As part of the anniversary broadcast last Sunday night, some of the past and present news presenters sat with Guy Pines, who interviewed them about how the style and content of news presentation has changed over the years and about some of the successes and failures of Oshrat Kotler, Yaakov Eilon, Miki Haimovich, Tali Moreno, Tamar Ish Shalom and Zohar. All of them could list some impressive interviews they’d conducted, but Zohar was the only member of the group who could boast of having interviewed Trump.
The interview had taken place long before Trump announced his intention of running for president. In those days Trump had dark hair but was just as aggressive as he is now.
Zohar asked him if he cried, if he laughed and whether he had any money on him.
Trump replied that he doesn’t cry, he often laughs and he seldom carries much cash. He didn’t need to, he explained, because he was recognized in every restaurant he entered, and the meal was on the house. Zohar asked him about regrets, to which Trump replied: “I don’t think you should ever regret what you’ve done, but you should learn from your mistakes and never repeat them.”
■ MEXICAN TY COON Carlos Slim, ranked by Forbes as the fourth-richest man in the world, and who was persuaded by Shimon Peres in November 2013 to invest in Israel, met Trump in December 2016, when the latter visited Mexico. At a rare press conference last Saturday, the day before his 77th birthday, Slim said that he’s reading Trump’s book Great Again: How to Fix our Crippled America. Slim, who’s taking notes from the book, urged reporters to read it in order to better understand why Trump is not always politically correct.
Trump’s strategy, he said, is to shock and provoke. But Slim believes that Trump is “not a terminator, he’s a negotiator.”
■ AT THE farewell reception hosted a little over a year ago by Japanese ambassador Shigeo Matsutomi and his effervescent wife, Kaori, prior to their current assignment in Poland, the usually sparkling Kaori Matsutomi, who made many friends in Israel, could not control her tears. She really enjoyed her time in Israel, and she loved the country. She promised that she would return, and she is keeping that promise within the next few days, when she expects to land at Ben-Gurion Airport and to have some happy reunions. Meanwhile, she has maintained social media connections with several of her Israeli friends, who just can’t wait to see her again.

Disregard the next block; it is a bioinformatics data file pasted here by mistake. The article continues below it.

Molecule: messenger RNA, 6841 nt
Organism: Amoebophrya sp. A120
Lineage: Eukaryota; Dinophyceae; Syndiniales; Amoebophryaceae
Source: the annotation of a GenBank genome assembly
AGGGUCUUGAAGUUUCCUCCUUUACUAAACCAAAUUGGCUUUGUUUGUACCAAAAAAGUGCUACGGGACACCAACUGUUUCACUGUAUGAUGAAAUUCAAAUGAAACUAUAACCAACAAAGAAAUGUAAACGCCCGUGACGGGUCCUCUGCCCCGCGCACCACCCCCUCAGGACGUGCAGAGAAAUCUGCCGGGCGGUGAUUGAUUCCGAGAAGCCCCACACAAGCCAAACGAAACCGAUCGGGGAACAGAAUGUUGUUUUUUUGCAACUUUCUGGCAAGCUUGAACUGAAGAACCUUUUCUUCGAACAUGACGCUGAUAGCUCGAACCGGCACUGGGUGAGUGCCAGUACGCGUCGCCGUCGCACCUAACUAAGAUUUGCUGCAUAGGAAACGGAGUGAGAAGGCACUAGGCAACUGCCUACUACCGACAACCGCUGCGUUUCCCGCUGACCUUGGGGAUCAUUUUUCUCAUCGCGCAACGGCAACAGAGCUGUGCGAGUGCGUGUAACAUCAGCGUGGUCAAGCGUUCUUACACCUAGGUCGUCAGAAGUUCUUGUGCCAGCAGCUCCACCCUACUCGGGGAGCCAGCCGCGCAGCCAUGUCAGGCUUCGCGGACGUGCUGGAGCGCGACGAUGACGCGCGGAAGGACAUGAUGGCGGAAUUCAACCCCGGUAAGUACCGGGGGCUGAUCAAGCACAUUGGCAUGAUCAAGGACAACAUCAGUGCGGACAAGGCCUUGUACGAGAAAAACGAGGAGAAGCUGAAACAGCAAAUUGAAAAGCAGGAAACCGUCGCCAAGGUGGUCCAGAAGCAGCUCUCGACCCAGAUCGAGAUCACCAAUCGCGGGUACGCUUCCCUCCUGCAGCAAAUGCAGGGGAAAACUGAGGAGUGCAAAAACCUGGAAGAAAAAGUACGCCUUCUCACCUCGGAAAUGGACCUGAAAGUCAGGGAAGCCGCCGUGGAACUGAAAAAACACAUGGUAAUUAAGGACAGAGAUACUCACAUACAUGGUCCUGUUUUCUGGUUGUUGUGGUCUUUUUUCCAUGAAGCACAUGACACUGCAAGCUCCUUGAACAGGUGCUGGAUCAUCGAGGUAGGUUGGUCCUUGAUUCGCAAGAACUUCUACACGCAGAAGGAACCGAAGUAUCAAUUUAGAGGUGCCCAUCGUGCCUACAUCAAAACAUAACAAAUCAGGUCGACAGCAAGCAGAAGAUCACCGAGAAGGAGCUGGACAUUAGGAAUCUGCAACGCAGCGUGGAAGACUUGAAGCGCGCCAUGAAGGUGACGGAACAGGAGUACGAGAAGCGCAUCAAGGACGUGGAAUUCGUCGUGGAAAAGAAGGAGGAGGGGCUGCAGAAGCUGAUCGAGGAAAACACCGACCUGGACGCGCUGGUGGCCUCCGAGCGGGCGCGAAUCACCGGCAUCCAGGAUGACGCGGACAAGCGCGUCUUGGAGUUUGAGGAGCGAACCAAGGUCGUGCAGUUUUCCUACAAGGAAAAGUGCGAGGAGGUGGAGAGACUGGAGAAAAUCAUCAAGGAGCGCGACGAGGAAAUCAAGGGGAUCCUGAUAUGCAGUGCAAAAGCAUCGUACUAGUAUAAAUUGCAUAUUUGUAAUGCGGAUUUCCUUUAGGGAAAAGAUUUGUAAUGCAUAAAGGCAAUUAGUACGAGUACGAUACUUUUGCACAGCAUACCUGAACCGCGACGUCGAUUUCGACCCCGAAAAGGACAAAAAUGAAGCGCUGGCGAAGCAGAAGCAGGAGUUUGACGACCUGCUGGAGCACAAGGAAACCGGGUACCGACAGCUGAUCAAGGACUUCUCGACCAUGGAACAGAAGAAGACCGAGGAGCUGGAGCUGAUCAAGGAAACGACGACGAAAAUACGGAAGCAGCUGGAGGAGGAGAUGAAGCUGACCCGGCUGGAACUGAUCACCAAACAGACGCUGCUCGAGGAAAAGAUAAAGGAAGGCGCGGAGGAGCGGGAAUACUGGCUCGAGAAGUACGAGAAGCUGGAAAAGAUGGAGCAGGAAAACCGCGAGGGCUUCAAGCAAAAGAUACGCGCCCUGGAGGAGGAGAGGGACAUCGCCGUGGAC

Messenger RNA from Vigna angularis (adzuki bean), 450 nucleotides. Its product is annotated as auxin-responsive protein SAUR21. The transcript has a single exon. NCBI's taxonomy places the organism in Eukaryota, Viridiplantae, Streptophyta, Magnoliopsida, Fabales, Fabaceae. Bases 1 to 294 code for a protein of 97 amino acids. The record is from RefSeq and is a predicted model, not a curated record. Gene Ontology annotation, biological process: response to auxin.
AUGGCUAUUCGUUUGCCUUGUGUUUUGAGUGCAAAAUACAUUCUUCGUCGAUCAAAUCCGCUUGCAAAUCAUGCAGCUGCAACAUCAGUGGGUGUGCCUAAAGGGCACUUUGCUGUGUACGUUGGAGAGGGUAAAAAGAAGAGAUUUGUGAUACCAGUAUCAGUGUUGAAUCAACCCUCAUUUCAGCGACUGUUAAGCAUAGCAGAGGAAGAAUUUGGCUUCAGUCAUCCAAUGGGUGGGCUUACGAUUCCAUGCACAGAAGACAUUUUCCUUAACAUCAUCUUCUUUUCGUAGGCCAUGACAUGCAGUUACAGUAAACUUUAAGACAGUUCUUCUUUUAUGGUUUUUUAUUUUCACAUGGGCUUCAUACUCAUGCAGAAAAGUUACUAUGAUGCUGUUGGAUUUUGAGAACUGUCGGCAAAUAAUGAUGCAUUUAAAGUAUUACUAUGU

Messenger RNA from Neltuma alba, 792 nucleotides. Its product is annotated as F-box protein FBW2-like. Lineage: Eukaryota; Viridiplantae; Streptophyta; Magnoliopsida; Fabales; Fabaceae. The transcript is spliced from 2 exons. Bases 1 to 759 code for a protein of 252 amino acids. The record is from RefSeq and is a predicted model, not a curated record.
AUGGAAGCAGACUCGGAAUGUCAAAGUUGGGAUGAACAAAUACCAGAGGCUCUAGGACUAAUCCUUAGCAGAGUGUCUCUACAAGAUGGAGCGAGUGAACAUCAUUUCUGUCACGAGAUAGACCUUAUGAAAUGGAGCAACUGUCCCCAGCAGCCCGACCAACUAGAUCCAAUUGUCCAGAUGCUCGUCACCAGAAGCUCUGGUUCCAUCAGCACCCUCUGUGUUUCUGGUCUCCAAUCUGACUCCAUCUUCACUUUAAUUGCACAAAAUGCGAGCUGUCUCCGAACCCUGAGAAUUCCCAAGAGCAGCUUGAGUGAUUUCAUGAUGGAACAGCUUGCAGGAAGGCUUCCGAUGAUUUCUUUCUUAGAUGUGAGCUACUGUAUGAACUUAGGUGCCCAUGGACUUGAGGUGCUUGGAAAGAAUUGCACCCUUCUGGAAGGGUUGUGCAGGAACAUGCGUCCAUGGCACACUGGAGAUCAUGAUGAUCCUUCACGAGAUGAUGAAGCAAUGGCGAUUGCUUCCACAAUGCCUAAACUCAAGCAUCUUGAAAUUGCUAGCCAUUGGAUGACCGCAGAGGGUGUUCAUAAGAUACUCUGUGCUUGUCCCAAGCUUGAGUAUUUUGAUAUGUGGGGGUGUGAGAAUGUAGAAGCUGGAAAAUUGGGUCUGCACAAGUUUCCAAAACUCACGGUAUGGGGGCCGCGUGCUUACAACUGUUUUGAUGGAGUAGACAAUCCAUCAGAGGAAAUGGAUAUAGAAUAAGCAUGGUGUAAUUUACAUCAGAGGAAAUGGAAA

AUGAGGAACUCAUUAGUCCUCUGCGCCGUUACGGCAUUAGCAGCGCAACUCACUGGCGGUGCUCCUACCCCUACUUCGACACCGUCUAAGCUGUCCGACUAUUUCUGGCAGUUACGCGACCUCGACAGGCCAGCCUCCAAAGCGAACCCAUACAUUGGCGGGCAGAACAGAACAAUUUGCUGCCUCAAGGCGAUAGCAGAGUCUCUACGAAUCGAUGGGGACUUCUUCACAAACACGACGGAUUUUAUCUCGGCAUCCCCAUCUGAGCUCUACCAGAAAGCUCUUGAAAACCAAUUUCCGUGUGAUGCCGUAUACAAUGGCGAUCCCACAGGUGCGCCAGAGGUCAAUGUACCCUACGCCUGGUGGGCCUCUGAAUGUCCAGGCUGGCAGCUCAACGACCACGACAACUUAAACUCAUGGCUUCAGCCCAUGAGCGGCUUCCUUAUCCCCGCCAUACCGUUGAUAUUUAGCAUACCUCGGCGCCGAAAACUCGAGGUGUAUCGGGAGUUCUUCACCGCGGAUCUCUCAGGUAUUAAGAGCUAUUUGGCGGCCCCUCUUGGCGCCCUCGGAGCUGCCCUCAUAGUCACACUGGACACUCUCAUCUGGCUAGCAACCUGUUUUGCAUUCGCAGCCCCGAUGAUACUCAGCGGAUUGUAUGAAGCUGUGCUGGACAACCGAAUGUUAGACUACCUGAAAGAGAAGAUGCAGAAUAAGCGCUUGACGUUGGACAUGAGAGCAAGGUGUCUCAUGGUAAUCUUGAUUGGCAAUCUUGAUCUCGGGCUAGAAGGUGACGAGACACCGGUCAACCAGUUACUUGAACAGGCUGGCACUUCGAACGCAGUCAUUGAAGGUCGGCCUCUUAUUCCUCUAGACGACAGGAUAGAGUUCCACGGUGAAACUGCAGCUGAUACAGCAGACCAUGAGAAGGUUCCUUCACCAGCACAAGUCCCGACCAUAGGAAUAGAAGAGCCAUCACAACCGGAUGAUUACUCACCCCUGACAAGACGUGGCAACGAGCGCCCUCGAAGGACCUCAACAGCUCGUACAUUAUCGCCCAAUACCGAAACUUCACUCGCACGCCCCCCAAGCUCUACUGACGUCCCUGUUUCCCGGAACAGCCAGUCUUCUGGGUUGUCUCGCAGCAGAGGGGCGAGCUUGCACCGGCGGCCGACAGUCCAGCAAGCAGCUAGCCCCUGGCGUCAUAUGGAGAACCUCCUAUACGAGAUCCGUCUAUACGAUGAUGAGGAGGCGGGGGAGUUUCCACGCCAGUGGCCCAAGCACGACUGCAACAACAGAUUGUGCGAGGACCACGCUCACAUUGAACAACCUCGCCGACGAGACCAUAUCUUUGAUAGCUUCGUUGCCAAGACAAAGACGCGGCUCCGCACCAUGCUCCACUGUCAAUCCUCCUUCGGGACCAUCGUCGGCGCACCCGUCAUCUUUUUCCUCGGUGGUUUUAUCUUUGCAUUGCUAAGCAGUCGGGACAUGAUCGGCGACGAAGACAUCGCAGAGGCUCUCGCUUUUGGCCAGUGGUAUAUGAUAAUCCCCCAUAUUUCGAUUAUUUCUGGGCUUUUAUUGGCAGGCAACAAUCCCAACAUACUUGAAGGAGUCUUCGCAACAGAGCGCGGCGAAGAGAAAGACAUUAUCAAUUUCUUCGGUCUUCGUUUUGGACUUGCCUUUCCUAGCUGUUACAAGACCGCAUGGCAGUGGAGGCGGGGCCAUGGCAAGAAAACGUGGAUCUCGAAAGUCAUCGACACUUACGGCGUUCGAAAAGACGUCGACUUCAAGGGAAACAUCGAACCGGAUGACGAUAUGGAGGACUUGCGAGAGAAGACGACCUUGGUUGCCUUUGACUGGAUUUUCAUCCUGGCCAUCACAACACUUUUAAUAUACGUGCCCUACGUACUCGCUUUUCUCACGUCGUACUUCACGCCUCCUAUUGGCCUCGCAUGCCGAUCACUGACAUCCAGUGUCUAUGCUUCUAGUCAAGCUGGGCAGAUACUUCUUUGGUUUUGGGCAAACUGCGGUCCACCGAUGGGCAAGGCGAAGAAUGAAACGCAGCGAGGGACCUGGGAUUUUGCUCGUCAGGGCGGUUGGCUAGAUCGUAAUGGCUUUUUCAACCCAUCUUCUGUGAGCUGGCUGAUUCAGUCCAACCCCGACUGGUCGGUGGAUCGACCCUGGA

■ ON THE subject of Japan, the Japanese Embassy hosted screenings at the Tel Aviv and Jerusalem cinematheques of the inspiring feature film Persona Non Grata, which tells the story of Chiune Sugihara, the Japanese consul in Lithuania who issued hundreds of transit visas to Jews fleeing the Nazis.
Sugihara was also a superb intelligence agent, whose talents in this field were known by both the Russians and the Germans.
Prior to being assigned to Lithuania, he was assigned to Moscow, but the Russians refused to accept him, and Lithuania was as close to Russia as he could get.
This extraordinary, sensitive film was shot entirely in Poland, even though it depicts scenes in Manchuria, Japan, Lithuania, Germany, Poland, Romania and even the coastline of what was then Palestine. American Japanese director Cellin Gluck is the son of an American Jewish father and a Japanese mother, and therefore has a dual understanding of the situation.
Sugihara, sometimes known as the Japanese Oscar Schindler, was ostracized by the Japanese Foreign Ministry after the war, so much so that when Menachem Mishori, one of the people to whom Sugihara had issued a visa, went to inquire about him at Japan’s Ministry of Foreign Affairs in Tokyo, he was told that no such person had ever served there. This distancing from Sugihara by the Foreign Ministry serves to introduce him to the audience.
Today, Japan’s Foreign Ministry takes a completely different attitude. In Jerusalem on Sunday, Yamamoto Toshio, the deputy chief of mission at the Japanese Embassy in Tel Aviv, could not speak highly enough of Sugihara. This year marks the 65th anniversary of diplomatic relations between Israel and Japan, he said, but the film shows that the connection goes much beyond that. He was delighted to see so many descendants of people who had received Sugihara visas.
There were also actual recipients of these visas in the auditorium, among them Nina Admoni, who was a child at the time, and whose family, with the aid of the transit visa, had gone to Shanghai and from there to the United States. While studying at Berkeley University in California, she met a young Jerusalemite. They fell in love, and after their marriage, she returned with him to Jerusalem. Her husband is Nahum Admoni, a former head of the Mossad.
Though not included in the film, one of the thousands of people saved by Sugihara was Zerah Warhaftig, who persuaded him to issue visas for the whole of the Mir Yeshiva.
Warhaftig subsequently became a signatory to Israel’s Declaration of Independence, a government minister and a founder of Bar- Ilan University.
Members of Sugihara’s family have been to Israel, most recently – according to Prof.
Meron Medzini, who teaches Japanese history in the Hebrew University’s department of Asian studies – his youngest son, Nobuki Sugihara, the only one of four brothers who is still living. In 1968, at the invitation of Israel’s Foreign Ministry, Nobuki came to study at the Hebrew University.
The film is a wonderful tribute to a great man who sought no honors, and hopefully will be shown for long periods in commercial theaters throughout Israel.